10 (Related to Checkpoint 13.4) (Break-even analysis) Farrington Enterprises owns a number of sporting goods businesses and is currently analyzing a new T-shirt printing business. Specifically, the company is evaluating the feasibility of this business based on its estimates of unit sales, the price per unit, variable cost per unit and fixed costs. The company’s initial estimates of annual sales and other critical variables are shown here:
a. Calculate the accounting and cash break even annual sales volume in units.
b. Bill Farrington is the grandson of the founder of the company and is currently enrolled in his junior year at the local state university. After reviewing the accounting break-even calculation done in part a, Bill wondered if the depreciation expense should be included in the calculation. Bill had just completed his first finance class and was well aware that depreciation is not an actual out-of-pocket expense but an allocation of the cost of the printing equipment used in the business over its useful life. What do you think? What do the cash and accounting break-even points tell you?
11. (Financial Forecasting) Which of the following accounts would most likely vary directly with the level of firm sales?
Cash ——– ———–
Notes payable ——– ———–
Marketable securities ——– ———–
Plant and equipment ——– ———–
Accounts payable ——– ———–
Inventories ——– ———–
Long-term debt ——– ———–
12. (Corporate income tax) Meyer Inc. has taxable income (earnings before taxes) of $300,000. Calculate Meyer’s federal income tax liability using the tax table shown in th popup window. What are the firm’s average and marginal tax rates?
3. (Related to Checkpoint) (Working with the balance sheet) The Caraway Seed Company grows heirloom tomatoes and sells their seeds. The heirloom tomato plants are preferred by many growers for their superior flavor. At the end of the most recent year the firm had current assets of $ 50,000, net fixed assets of $ 250,000, current liabilities of $30,000, and long term debt of $ 100, 000.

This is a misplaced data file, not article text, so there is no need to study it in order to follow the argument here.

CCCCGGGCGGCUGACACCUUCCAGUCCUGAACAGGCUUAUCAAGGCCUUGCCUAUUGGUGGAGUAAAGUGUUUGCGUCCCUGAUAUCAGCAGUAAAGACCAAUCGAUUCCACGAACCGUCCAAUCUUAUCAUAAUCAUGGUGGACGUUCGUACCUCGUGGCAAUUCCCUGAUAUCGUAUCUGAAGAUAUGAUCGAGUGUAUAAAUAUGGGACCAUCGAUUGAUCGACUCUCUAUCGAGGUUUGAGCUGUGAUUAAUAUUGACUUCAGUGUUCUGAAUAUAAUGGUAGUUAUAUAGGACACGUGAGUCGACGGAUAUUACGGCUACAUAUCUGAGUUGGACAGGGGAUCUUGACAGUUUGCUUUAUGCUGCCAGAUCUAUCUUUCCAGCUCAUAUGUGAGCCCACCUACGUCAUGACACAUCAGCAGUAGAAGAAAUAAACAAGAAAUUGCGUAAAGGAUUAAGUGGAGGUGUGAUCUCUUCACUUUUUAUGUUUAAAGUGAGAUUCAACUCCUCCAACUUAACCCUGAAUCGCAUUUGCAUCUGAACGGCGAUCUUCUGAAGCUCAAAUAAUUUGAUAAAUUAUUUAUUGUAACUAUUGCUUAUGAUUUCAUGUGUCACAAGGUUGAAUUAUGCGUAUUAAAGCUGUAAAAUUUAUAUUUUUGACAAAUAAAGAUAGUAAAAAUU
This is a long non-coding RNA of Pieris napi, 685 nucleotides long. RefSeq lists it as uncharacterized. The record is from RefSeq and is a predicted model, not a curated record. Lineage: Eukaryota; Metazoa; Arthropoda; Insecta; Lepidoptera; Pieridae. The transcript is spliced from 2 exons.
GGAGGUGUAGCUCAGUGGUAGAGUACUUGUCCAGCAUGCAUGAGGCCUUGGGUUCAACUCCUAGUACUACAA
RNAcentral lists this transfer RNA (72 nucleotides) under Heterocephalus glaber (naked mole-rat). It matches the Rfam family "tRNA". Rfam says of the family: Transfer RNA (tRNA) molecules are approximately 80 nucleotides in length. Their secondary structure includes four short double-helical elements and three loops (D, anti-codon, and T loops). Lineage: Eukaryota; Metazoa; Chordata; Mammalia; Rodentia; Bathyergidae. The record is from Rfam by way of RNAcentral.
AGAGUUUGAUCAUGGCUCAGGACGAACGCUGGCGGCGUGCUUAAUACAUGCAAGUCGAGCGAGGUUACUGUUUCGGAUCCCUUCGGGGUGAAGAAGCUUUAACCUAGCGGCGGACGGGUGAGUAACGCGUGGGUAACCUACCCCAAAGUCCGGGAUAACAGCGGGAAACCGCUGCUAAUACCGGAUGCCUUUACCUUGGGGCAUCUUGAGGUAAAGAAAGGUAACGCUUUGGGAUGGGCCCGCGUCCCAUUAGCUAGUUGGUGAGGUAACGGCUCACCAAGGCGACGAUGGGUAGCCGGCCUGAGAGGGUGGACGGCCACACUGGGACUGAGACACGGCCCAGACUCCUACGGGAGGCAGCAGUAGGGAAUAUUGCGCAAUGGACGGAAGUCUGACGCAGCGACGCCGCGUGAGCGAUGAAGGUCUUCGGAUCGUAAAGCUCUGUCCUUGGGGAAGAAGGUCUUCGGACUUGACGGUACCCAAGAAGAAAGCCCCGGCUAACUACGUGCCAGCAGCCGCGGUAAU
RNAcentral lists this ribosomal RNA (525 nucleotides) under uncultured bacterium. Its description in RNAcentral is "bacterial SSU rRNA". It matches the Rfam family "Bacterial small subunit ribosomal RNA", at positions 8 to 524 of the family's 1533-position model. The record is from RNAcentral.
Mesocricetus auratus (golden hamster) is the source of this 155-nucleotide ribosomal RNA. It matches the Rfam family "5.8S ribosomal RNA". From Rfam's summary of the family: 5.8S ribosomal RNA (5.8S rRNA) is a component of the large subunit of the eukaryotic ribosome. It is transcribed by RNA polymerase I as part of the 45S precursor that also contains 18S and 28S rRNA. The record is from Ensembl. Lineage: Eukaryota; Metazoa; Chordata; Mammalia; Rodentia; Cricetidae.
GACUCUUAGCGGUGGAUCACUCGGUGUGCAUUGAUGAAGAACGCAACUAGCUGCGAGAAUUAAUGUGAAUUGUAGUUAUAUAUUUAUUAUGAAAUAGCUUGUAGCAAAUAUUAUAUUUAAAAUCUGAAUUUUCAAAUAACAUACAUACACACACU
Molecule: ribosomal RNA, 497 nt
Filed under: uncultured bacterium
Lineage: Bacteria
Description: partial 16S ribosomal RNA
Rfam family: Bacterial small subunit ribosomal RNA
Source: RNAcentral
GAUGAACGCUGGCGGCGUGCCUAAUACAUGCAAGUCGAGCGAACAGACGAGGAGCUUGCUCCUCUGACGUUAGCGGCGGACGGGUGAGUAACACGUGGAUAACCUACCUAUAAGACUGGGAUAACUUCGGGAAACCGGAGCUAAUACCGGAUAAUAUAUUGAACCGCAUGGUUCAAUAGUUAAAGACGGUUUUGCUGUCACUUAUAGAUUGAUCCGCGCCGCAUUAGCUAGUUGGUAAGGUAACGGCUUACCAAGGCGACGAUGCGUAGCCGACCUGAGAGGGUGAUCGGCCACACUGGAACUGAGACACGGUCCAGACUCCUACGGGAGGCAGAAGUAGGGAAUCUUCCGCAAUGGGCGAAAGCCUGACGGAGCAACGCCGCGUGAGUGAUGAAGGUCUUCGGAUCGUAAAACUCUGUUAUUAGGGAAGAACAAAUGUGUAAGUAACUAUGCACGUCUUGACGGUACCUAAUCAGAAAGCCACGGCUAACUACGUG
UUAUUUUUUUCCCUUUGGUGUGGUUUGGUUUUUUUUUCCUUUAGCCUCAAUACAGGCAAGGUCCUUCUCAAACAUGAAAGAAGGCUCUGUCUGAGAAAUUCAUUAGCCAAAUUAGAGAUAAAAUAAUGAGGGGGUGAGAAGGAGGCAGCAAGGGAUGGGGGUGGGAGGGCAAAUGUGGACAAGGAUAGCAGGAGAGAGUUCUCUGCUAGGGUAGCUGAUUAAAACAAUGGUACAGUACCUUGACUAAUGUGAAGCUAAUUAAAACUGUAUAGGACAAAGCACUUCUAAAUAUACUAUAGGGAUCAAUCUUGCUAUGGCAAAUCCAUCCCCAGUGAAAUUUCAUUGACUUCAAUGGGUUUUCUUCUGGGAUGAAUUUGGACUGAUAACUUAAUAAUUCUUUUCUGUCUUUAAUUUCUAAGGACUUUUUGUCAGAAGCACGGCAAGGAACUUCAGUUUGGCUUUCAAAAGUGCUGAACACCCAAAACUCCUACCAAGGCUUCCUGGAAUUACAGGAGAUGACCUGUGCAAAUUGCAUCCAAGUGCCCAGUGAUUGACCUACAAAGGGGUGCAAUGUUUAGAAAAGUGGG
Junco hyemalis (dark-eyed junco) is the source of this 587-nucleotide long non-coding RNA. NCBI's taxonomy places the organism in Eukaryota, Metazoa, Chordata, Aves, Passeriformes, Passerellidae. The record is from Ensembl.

a. Calculate Caraway’s stockholders equity.
b. What is the firm’s net working capital?
c. If Caraway’s current liabilities consist of $ 20,000 in accounts payable and $ 10,000 in short-term debt (notes payable), what is the firm’s net working capital ?
14. (Related to Checkpoint 3.2) (Review of financial statements) A scrambled list of accounts from the income statement and balance sheet of Belmond, Inc. is found here:
a. How much is the firm’s net working capital?
b. Complete an income statement and a balance sheet for Belmond.
c. If you were asked to respond to part (a) and (b) as part of a training exercise, what could you tell your boss about the company’s financial condition based on your answers?
15. (Analyzing the quality of firm earnings) Kabutell, Inc. had net income of $750,000, cash flow from financing activities of $50,000, depreciation expenses of $50,000, and cash flow from operating activities of $575,000.
a. Calculate the quality of earnings ratio. What does this ratio tell you?
b. Kabutell, Inc. reported the following in its annual reports for 2011-2013:
($ Million) 2011 2012 2013
Cash Flow from Operation $478 $403 $470
Capital Expenditures (CAPES) $459 $447 $456
Calculate the average capital acquisitions ratio over the three-year period. How would you interpret these results?